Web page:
By Greg Brozeit | Posted - Dec 3rd, 2016

 

 

 

 

ASH 2016: Kicking It Off With CAR T-Cells

BY GREG BROZEIT

If it’s the first Saturday of December, it must be the beginning of the annual American Society of Hematology (ASH) meeting.  ASH also has it’s equivalent of pre-season, the Friday Satellite Symposia, the day before its official opening, but in this case, it means something.  Twenty-three sessions of two-to-three hours cover virtually every major topic in hematology—lymphomas and leukemias, sickle-cell, biology and, of course, myeloma—to frame major topics and highlight certain upcoming sessions of the four day ASH meeting.

Dr. Stephen Forman from the City of Hope moderated “The Emergence of CAR-T Cell Therapy for Hematologic Malignancies: Moving from Bench to Bedside.”  The participants in the discussion represented the National Cancer Institute, Memorial Sloan-Kettering, and the Hutch in Seattle.  While clinical trials are showing limited success among some patients with lymphomas and leukemias, myeloma CAR-T Cell research is slowly moving toward a time of more clinical trials.  A major issue to solve before trials can proceed is the presence of some neurotoxicity many patients experience.  Virtually every researcher agreed with Dr. Faith Davies of the University of Arkansas, who spoke at the morning MMRF-sponsored session, that a “cocktail” approach, similar to today’s combining drugs, will likely be repeated if and when CAR-T research goes to the clinic.  This will require multiple CAR-T therapies trained to identify differing targets that cause myeloma.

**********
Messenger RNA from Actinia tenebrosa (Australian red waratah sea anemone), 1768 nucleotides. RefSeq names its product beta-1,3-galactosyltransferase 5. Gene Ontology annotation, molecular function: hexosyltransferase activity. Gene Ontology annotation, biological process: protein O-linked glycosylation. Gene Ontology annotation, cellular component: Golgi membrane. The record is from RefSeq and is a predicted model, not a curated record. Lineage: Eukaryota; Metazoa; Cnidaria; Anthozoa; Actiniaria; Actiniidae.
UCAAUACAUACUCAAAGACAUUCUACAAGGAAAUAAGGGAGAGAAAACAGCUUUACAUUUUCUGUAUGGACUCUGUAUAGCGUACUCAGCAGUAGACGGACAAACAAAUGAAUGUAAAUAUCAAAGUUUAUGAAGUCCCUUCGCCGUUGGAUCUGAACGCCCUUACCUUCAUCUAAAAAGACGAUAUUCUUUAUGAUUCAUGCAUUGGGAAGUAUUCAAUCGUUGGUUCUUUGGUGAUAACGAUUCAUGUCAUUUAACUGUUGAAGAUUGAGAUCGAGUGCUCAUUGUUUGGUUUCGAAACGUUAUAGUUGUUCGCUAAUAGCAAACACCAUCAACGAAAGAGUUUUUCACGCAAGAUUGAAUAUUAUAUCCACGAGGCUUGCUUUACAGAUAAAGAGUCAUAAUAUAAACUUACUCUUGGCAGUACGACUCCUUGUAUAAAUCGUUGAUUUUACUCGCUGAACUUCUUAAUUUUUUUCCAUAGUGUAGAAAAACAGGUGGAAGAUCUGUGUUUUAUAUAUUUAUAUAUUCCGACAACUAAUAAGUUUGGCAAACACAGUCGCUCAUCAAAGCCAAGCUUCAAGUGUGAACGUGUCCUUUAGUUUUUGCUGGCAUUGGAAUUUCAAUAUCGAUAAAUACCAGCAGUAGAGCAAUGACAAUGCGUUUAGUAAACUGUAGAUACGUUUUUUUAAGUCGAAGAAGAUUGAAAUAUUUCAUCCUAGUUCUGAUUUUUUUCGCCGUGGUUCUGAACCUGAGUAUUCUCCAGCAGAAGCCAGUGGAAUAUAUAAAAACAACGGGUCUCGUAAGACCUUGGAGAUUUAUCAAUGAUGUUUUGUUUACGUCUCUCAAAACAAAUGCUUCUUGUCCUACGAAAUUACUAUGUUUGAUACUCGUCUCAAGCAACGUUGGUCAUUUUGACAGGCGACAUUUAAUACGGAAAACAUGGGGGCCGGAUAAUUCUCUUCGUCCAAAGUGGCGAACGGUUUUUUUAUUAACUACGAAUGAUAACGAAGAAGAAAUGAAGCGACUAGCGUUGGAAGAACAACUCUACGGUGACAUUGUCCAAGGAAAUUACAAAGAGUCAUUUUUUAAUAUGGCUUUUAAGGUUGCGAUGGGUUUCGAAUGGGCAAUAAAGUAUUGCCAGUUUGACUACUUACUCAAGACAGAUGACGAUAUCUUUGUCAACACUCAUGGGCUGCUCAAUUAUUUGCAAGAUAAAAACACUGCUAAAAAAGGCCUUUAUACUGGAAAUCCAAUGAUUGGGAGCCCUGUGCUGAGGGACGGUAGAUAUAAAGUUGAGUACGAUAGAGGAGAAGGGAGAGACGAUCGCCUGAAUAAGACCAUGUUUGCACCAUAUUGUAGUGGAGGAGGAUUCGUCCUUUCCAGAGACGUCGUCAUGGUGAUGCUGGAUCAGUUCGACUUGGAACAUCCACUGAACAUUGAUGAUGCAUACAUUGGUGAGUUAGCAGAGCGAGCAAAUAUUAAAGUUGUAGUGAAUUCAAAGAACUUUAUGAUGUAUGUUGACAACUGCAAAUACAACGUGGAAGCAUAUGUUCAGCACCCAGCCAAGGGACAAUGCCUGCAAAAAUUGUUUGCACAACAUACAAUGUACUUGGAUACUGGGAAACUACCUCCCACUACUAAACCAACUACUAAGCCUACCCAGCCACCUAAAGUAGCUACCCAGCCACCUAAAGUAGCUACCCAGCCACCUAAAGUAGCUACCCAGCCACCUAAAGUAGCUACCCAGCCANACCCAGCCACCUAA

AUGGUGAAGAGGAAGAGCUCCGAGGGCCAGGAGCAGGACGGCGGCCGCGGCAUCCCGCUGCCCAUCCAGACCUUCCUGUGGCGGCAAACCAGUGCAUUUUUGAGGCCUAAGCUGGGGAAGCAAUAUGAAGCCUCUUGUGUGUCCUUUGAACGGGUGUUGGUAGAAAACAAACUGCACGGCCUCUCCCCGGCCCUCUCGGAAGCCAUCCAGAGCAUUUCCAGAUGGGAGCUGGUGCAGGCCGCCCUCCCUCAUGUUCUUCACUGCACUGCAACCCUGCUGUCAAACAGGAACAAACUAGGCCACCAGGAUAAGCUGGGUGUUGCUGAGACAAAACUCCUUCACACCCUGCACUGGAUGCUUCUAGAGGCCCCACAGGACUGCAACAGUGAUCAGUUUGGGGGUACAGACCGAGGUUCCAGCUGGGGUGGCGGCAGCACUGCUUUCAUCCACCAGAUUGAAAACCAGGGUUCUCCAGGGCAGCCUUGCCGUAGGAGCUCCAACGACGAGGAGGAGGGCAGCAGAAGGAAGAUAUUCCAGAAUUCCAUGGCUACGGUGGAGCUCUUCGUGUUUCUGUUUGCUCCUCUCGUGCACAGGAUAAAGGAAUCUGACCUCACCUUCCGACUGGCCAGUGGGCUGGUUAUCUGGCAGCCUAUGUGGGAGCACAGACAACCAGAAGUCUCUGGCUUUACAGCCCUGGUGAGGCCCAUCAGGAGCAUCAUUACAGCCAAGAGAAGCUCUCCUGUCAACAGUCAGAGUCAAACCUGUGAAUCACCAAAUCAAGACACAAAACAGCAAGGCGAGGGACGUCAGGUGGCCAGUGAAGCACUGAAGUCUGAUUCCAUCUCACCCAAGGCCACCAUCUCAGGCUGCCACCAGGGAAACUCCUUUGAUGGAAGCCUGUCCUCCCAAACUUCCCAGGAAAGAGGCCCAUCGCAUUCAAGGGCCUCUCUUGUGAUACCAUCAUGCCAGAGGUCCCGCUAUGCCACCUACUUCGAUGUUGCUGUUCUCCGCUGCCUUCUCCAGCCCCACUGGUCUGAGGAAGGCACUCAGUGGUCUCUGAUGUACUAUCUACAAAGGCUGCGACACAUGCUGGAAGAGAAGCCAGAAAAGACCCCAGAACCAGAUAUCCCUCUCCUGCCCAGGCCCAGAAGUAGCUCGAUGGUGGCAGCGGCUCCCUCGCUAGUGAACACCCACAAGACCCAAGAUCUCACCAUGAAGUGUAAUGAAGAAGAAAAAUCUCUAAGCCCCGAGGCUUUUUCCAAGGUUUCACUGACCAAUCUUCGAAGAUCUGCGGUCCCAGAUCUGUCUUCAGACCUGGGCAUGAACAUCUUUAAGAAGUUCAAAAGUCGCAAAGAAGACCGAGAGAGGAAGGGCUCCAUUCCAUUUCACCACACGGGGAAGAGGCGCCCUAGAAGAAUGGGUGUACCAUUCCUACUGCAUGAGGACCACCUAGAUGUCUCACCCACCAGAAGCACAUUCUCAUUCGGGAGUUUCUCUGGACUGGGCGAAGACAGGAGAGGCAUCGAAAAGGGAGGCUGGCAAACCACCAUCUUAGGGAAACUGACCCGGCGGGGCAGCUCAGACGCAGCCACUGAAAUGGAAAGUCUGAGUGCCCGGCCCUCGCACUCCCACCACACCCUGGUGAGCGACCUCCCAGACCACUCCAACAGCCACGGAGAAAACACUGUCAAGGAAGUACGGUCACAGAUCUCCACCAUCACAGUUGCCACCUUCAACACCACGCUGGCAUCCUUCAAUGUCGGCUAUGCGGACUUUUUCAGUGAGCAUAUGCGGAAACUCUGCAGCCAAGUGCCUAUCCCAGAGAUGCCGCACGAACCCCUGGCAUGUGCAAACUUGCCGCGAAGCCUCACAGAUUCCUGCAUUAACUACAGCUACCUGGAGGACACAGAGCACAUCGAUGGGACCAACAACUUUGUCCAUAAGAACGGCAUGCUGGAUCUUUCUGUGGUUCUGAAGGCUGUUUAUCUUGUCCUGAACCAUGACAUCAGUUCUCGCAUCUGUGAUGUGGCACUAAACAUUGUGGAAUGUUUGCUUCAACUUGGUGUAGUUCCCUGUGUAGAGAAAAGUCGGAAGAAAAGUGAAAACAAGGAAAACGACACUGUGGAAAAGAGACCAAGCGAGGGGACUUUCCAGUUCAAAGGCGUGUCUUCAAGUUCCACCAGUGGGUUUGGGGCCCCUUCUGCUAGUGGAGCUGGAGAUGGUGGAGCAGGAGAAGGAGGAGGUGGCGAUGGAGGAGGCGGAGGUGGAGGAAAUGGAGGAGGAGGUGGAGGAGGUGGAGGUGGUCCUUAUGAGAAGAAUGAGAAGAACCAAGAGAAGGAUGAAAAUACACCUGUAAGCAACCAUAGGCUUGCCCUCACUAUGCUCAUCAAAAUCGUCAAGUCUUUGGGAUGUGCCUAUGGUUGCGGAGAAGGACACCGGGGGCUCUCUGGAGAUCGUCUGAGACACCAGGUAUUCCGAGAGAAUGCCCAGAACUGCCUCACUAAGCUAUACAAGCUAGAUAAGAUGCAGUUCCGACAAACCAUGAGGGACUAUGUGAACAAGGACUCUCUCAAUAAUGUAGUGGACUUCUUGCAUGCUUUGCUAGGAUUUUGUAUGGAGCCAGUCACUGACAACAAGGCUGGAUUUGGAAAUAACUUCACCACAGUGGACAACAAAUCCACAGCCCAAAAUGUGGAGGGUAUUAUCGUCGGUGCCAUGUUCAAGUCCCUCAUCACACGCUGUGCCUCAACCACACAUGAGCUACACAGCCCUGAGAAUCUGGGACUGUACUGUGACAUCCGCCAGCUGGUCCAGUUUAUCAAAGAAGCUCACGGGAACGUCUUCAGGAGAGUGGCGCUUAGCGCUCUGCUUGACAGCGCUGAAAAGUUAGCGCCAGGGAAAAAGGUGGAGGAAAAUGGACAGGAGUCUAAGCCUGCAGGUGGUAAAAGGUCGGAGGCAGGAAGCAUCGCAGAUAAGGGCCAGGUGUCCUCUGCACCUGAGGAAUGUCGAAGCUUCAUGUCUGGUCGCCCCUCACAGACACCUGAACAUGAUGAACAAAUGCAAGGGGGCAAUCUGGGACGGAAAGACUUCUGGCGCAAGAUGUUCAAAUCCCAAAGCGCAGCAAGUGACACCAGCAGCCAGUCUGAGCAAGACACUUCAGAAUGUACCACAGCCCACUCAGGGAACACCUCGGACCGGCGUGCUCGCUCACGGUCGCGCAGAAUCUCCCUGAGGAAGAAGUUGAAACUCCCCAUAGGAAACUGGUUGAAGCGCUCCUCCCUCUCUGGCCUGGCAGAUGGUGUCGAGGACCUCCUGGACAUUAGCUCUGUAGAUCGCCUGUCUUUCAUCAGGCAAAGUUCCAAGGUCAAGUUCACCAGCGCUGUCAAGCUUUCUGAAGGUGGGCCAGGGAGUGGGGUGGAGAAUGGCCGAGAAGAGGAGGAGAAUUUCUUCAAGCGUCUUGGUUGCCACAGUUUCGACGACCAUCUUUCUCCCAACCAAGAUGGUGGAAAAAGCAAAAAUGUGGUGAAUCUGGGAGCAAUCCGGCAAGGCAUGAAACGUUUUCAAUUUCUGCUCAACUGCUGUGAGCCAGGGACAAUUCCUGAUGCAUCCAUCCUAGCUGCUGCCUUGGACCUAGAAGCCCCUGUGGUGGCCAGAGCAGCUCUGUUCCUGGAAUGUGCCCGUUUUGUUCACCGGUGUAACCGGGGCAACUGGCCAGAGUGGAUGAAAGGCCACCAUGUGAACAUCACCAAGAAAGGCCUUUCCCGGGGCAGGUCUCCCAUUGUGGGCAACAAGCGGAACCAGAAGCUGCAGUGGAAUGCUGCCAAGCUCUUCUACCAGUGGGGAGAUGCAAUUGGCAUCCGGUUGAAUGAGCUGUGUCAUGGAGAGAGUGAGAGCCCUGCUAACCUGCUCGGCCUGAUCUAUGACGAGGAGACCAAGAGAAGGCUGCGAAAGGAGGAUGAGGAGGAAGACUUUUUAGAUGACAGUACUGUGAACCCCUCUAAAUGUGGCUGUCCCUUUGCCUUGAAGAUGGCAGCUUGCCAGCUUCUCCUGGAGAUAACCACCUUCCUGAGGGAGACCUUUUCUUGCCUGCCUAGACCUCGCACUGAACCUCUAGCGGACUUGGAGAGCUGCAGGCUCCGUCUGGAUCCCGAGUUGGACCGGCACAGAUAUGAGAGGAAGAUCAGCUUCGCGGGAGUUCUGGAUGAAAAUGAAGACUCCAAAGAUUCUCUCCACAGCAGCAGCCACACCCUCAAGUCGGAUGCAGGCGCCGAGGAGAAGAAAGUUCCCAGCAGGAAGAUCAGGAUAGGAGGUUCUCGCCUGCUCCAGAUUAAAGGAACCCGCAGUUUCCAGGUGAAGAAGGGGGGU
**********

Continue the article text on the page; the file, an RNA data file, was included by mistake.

Greg Brozeit
About the Author

Greg Brozeit - Greg Brozeit has been engaged in myeloma patient advocacy since 1998. He began working with the Myeloma Crowd in 2015. Prior to that, he consulted with Dr. Bart Barlogie at the University of Arkansas after working with the International Myeloma Foundation for 15 years. In the first half of his time with the IMF, he inaugurated the public policy advocacy program, patient support group outreach and conceived the regional community workshop program. In the latter half, he directed IMF Europe, organizing more than 100 physician and patient education programs. Prior to working in myeloma, Greg was a program and project director for the Center for Civic Education, the Alliance for Aging, and he also served as a legislative aide for U.S. Senator J. Bennett Johnston (D-LA). He began his career as an upper school teacher and boys soccer coach in New Orleans, LA. He earned his BA in political science from Loyola University in New Orleans and lives in northeast Ohio.

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